The infinite part consists of the so-called "tape", an infinite sequence of "squares", each of them capable of holding one character from a finite alphabet. In the beginning all squares of the tape hold the same neutral character —usually called "blank"— with the exception of a finite sequence of squares that may hold other characters from the alphabet, thus presenting "the input". The contact between the infinite tape and the finite part of the Turing Machine consists of the circumstance that one of the squares enjoys the privilege of being "the scanned square".
The construction of the finite part embodies the algorithm proper.
The finite part is a so-called "finite state machine", with a state
for each rule. Its construction can be given in tabular form, as the
permissible rules follow a rigid format: a rule prescribes for each of
the values of the character currently held in the scanned square
1) the new character to be written in the scanned square
2) whether thereafter the tape has to be moved one place to the left or one place to the right —i.e. which of its two neighbors will be the scanned square on the next step
3) the (number of the) rule to be applied in the next step.
One special state of the finite part is called "the halting state"; when it is reached, the computation is regarded as successfully executed and the contents of the squares of the tape at that stage are regarded as the final result. That is all!
Turing Machines are in two ways a very remarkable conception. As we described them, squares hold a character from a finite alphabet, but nothing essential is lost if we restrict ourselves to alphabets of two characters only. More precisely: given a Turing Machine in a multi-character alphabet, we can derive —at the "expense" of introducing many more states in the finite part— an equivalent Turing Machine in which communication at the scanned square takes place via a two-character alphabet only.
As we described it, the finite part comprises a finite number of states: at the "expense" of greatly enlarging the alphabet we can deduce an equivalent Turing Machine with only two states (besides the halting state).
The theorems mentioned in the two preceding paragraphs are far from
trivial, and to any mathematician of some maturity their mere
existence strongly suggests that the notion of Turing Machines is
something much more deep and fundamental than might appear at first
sight. For practical purposes of computation Turing Machines are
without significance; the notion of Turing Machine is, however, highly
significant from a more theoretical point of view. The rigidity of
the regime they embody —their "austerity", so to speak— made it
possible to define functions for which it could be proved that no
Turing Machine can compute them. (This is usually proved by a
reductio ad absurdum: one defines a function —using, admittedly, the notion of Turing Machines— and shows that the assumed existence of a
Turing Machine computing it leads to a contradiction. The argument of
Turing's is very ingenious —M.L. Minsky [ ] introduces the final
contradiction with the four words "Now for the killer!"— ; it would
never have been possible, had not
[ ] Minsky, M.L., Computation: Finite and Infinite Machines, Prentice-Hall, In., Englewood Cliffs, 1967, p.149
the notion of an algorithm been reduced by Turing to its bare essentials.)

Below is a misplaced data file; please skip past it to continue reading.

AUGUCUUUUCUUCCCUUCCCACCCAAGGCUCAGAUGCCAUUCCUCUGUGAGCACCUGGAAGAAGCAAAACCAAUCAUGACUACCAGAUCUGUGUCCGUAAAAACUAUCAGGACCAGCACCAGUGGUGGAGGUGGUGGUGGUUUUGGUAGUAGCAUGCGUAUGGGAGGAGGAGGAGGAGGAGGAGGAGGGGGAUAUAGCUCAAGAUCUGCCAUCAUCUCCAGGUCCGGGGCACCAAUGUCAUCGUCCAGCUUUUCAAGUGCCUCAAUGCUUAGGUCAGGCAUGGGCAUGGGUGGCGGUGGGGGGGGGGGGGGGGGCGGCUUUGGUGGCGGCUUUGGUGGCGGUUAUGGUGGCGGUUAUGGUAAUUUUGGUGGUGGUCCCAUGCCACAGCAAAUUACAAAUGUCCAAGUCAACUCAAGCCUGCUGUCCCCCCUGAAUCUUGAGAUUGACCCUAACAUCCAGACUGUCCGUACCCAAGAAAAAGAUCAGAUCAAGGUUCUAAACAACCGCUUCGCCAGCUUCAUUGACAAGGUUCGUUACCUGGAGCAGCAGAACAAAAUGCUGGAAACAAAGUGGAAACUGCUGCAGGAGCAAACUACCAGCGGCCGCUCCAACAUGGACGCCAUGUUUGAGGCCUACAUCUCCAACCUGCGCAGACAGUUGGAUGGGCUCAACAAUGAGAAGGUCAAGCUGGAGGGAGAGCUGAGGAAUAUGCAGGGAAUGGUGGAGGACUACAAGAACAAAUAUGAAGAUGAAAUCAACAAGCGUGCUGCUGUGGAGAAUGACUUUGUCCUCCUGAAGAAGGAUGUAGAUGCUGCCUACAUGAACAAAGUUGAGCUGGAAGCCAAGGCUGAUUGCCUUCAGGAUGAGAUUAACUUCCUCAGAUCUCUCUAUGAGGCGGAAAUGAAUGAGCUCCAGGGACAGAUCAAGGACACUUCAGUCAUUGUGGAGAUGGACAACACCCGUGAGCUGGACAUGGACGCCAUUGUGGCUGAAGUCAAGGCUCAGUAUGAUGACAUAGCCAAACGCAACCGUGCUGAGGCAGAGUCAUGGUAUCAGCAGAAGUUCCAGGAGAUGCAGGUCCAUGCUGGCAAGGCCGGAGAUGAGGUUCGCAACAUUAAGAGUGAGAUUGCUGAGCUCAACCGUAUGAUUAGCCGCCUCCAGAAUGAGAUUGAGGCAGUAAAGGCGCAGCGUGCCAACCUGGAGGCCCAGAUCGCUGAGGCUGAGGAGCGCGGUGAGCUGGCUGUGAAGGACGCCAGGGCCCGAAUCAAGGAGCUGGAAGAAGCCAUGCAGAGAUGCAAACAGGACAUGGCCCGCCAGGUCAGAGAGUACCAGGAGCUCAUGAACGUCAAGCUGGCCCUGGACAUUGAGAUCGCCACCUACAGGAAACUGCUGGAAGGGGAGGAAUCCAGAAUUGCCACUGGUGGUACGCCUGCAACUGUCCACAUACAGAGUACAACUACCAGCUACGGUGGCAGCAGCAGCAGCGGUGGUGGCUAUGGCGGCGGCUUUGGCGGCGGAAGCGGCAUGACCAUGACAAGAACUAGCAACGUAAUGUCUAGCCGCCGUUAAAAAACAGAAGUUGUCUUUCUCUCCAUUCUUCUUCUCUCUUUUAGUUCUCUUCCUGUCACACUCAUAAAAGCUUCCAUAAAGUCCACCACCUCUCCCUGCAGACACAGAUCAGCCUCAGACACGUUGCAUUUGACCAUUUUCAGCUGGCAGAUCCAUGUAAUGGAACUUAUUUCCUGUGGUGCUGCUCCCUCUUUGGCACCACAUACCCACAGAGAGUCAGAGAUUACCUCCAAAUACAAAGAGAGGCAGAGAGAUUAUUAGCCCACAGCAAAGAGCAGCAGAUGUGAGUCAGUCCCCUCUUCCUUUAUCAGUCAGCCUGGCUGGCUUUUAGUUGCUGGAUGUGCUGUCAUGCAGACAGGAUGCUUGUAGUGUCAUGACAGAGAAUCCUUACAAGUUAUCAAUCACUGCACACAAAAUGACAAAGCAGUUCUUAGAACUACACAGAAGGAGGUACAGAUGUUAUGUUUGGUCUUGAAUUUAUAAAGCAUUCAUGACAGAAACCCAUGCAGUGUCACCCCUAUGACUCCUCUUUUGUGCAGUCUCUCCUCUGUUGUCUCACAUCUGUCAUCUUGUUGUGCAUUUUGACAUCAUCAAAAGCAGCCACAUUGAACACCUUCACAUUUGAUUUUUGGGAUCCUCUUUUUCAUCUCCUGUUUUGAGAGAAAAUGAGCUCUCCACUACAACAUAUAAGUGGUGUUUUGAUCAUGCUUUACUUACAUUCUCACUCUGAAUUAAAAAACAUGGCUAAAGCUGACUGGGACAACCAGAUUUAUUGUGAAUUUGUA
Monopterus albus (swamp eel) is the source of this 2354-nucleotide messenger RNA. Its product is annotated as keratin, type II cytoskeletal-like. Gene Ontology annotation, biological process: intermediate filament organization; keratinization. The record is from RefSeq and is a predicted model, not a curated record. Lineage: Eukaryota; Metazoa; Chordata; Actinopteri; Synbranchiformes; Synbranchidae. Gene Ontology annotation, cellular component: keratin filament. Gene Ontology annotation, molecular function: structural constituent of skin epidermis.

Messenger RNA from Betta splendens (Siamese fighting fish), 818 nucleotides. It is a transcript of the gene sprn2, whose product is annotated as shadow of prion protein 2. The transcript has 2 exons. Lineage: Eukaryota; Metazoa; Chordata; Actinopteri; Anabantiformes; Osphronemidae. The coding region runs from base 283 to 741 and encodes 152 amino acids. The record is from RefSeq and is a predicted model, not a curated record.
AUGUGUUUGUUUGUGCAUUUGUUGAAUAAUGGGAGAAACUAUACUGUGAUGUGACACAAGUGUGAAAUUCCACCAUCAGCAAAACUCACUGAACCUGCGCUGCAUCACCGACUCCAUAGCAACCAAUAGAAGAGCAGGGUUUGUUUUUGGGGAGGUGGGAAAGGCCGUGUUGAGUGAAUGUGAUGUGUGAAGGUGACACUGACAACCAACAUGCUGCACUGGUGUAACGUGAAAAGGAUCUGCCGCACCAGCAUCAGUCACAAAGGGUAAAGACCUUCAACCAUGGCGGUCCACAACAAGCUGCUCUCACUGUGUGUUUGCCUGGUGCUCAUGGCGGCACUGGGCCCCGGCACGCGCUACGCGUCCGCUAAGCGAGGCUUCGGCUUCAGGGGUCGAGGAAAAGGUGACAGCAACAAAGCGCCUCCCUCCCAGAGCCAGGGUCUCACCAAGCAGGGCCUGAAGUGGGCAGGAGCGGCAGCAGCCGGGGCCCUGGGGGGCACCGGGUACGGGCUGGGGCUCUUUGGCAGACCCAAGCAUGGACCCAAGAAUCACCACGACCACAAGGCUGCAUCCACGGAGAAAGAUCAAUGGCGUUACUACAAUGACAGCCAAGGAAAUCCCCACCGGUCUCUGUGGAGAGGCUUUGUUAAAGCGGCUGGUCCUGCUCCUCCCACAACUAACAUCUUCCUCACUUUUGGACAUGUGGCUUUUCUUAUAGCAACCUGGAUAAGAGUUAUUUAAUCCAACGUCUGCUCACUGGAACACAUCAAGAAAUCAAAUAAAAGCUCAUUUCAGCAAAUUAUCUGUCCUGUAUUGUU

The discovery of well-defined functions that cannot be computed by a Turing Machine would lose much of its significance if it could be argued that Turing Machines as models for algorithms —and, hence, the existence of a Turing Machine as criterion for computability— are unnecessarily restrictive. The second way in which Turing Machines are very remarkable is that no one has been able to provide such an argument. Quite a few quite "reasonable" alternative definitions of computability of functions have been proposed, but on closer inspection all these proposals turned out to be equivalent to the question whether a Turing Machine computing the function was conceivable or not.
Of Turing we can really say that with his rigid regime he reduced the notion of an algorithm to its bare essentials: the carefully chosen constraints that make the concept mathematically manageable don't seem to impair the concept's generality.
Now, almost half a century after Turing's breathtaking work, the notion of effective computability of a function is equated with the conceivability of a Turing Machine computing it. In the beginning, when the fuzzy notion of "effective computability" was still given an independent right of existence, this equivalence was regarded as an article of faith; nowadays this equivalence is used to define the notion of effective computability.
Despite the fact that Turing's paper of 1936 "On computable numbers, with an application to the Entscheidungsproblem" was published in such a respectable journal as the Proceedings of the London Mathematical Society, and despite the fact that he had done for the theory of algorithms what Euclid had done for plane geometry, the mathematical world at large has been amazingly slow in recognizing the profound significance of Turing's work. (For instance, E.T.Bell's "The Development of Mathematics" of 1945 does not mention Turing at all, whereas it mentions K.Godel about ten times!) It seems to have hardly attracted any attention for almost fifteen years. One of the explanations offered for this curious state of affairs is the very perfection of Turing's original article, in which he created a new theory but completed it at the same time: for lesser souls he had left nothing to be added by them, and hence, his paper did not start an avalanche of subsequent ones in which it was quoted. (And, as we all know, the standard criterion for a successful paper is that it gives rise to at least ten subsequent ones.)